I am, indeed, very goal-oriented. Even when I’m reading I always look ahead to see when the next chapter’s coming up. Earlier in my career I used to count pages when I wrote (not words as it was mostly screenplay writing then). But now that I’m focusing on prose, I still don’t specifically count pages or words. That said, I do like to see progress in terms of page count.
I’ve always had goals when it came to writing. Sometimes conscious, sometimes under the surface. But there nonetheless. I might not always achieve those goals, or not achieve them in the timetable I’d set, but it still helps to have specific goals, so you know how and where to focus your energies.
Of course, one goal is always to write the best thing I can from all aspects of the writing. But that’s a given, so leaving the writing itself aside, the obvious early goals were to get recognition and get paid. I sent out a lot of stuff and got a lot of rejections. That created a lot of angst. I used to comfort myself with aphorisms about writing and rejection. Things like “Literature is an occupation in which you have to keep proving your talent to people who have none,” from Jules Renard.
Focus your energies. If you’re writing short stories, what magazines or anthologies are you aiming for? Read the publications you want to get into and write for those markets. What are their requirements? For example, what does Ellery Queen like? You need to fit their needs ’cause they’re sure not going to cater to you. Even if you get rejected, the experience of writing for a specific market will help you hone your writing skills. Do your research and carefully consider whether what you’re writing is appropriate for the market you plan to submit to. And if you do get rejected, submit that story somewhere else. The important thing is to get exposure for your writing. Everything builds on everything. With each publishing success you learn something new that you can apply to the next writing project.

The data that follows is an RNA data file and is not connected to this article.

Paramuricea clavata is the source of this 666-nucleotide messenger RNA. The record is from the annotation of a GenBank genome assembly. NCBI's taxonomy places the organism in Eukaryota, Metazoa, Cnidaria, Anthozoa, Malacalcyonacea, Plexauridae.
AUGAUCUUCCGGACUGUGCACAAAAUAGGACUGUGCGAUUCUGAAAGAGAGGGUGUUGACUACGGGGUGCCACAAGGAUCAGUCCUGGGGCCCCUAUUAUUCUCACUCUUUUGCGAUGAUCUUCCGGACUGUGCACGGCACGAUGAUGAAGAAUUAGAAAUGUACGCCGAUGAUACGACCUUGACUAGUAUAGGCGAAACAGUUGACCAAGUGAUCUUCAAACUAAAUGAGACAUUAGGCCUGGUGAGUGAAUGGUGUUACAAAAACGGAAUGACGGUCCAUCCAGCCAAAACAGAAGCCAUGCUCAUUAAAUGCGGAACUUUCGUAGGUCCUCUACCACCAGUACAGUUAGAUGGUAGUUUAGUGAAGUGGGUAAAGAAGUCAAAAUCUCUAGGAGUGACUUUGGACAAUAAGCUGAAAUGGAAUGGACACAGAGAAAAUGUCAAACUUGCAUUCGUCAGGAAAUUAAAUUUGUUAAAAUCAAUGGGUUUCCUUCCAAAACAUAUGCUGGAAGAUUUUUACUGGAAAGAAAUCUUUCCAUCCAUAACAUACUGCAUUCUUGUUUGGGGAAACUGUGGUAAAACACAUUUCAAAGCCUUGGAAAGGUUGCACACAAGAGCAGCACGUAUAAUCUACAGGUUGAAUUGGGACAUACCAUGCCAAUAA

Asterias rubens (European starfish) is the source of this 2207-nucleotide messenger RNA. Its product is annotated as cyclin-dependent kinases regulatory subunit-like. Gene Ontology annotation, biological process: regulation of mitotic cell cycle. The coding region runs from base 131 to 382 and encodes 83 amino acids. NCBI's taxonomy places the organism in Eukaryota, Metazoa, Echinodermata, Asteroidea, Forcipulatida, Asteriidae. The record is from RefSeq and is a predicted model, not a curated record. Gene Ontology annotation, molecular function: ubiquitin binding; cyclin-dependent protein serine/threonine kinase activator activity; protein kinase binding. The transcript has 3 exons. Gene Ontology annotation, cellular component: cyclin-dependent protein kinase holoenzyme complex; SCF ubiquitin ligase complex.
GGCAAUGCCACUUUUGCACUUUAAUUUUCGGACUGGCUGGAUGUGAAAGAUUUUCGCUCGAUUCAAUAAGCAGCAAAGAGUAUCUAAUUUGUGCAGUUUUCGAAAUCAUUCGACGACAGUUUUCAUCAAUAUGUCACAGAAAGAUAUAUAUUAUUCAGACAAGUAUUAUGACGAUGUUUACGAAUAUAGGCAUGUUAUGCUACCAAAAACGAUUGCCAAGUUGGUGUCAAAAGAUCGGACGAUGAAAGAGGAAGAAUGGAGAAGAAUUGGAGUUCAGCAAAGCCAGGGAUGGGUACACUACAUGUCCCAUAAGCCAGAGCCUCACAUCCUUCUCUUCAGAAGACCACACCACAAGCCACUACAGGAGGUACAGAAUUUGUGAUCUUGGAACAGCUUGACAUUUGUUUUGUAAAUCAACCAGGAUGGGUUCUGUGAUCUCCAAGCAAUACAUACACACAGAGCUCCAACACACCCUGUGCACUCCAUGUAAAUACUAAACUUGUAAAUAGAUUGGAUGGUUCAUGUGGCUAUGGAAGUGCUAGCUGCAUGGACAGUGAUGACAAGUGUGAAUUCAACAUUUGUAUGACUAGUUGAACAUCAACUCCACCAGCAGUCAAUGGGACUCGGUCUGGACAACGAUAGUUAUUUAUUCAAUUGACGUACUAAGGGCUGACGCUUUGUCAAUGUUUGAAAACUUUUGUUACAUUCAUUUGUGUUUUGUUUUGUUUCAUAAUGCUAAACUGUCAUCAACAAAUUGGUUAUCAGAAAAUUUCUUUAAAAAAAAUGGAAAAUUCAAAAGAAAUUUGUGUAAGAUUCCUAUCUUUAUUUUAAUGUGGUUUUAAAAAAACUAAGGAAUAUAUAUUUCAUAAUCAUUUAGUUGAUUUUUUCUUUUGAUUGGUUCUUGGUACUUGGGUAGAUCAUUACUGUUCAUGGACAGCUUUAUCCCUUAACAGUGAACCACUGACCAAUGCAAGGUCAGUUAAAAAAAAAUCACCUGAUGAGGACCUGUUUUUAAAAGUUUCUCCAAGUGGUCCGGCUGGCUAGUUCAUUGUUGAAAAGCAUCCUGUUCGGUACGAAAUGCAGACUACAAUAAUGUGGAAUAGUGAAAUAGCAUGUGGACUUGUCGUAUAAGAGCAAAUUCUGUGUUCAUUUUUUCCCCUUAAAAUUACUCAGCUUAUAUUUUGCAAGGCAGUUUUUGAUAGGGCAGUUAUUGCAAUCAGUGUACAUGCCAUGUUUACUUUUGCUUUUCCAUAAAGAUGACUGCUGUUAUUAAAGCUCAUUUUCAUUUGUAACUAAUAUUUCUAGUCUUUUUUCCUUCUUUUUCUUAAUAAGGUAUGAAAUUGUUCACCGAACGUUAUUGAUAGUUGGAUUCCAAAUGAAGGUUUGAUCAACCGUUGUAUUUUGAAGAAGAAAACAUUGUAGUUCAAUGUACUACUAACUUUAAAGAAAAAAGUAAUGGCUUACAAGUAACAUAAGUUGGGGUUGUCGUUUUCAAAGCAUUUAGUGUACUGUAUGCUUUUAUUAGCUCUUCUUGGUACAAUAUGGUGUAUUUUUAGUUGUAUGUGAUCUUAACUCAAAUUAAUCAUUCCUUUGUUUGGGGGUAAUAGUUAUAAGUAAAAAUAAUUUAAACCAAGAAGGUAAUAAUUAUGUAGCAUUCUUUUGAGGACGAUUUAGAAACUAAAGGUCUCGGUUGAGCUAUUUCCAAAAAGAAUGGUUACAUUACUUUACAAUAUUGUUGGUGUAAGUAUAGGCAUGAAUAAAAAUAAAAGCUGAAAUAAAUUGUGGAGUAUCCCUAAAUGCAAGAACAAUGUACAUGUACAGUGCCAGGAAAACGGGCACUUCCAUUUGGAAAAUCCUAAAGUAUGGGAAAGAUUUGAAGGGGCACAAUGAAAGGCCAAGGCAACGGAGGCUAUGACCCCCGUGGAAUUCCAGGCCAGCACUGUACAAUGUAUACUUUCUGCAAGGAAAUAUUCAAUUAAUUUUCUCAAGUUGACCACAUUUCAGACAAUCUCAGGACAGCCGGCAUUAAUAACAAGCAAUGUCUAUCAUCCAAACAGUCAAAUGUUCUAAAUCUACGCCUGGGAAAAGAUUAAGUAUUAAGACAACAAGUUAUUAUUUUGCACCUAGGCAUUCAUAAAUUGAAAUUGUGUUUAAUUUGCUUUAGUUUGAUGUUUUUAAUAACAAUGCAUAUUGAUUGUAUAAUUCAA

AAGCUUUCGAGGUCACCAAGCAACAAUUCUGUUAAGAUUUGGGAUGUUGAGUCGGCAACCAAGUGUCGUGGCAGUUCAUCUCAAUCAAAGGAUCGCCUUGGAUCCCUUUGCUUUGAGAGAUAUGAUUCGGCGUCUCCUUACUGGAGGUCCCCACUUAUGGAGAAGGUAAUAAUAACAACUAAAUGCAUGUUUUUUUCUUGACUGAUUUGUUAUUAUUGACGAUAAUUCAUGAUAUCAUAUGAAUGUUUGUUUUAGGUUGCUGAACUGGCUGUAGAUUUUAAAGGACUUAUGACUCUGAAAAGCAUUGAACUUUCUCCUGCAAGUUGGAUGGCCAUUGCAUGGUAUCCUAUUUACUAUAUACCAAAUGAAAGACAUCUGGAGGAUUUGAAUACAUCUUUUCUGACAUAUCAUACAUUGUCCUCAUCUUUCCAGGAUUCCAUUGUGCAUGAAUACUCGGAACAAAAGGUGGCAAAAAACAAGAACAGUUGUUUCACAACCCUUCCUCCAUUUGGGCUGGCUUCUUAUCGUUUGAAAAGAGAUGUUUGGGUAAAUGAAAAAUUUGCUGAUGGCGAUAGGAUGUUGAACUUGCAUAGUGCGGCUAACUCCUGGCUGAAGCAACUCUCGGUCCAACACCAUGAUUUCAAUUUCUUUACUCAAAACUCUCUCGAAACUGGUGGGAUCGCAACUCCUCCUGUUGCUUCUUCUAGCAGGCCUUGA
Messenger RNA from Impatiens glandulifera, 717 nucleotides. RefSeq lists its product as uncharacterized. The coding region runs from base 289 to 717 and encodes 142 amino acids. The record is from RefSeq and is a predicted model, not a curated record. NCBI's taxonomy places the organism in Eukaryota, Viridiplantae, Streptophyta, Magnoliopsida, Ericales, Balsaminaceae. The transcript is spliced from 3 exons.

If working on novels, do you want an agent, will you be happy as a mid-lister at one of the major publishers – because let’s face it, there’s few Dan Browns or Gillian Flynns. Or do you want to go for a small press or even the autonomy of self-publishing? Also, you might want to win or at least be nominated for certain awards or shoot for a certain amount of money (don’t hold your breath on that one) as additional goals. I’m not trying to shoot down anyone’s dreams, just being realistic, which is something we need to be. It’s okay to shoot for the moon, but realize there’s very few people who hit that goal the first time out, or even ever. Enjoy hitting the tree tops or mountain tops.
My friend Scott Adlerberg recently wrote a piece on whether or not agents are necessary today. You might want to check that out ( http://www.mwany.org/2016/04/how-hard-should-you-try-to-get-an-agent/ ). You might find that you want an agent, but you also might find that maybe you don’t.
The first thing I got paid for was a piece about John Lennon on the one-year anniversary of his death. It’s ironic that that would be my first paid writing because I’ve always been an unreconstructed Beatles fan. And in a different world it would have been great to have my first paid writing be for something on one of the Beatles. But in this world I wish it could have been for something other than about his death. So I was happy to get paid and sad that it was for a piece on that.
Over time, I’ve slowly been achieving my writing goals. Of course, I wanted to start at the top, selling to Ellery Queen and Alfred Hitchcock, but reality was that I started small, selling to various smaller publications or even getting into some unpaid anthologies. But eventually I did reach those other goals – getting into the WGAw, Ellery Queen and one of the Akashic Noirs (St. Louis, coming out in August, 2016) and only just found out as I was writing this piece that Alfred Hitchcock has accepted a story. My first for them. Yea!
So, I figure if I live long enough I might achieve many of my goals and so might you. The key, as I’m sure you’ve heard before is don’t give up, be persistent, go back to the drawing board, don’t take criticism personally. Just go for it!
Learn More about Paul's Work or buy Vortex or his award winning novel, White Heat. Amazon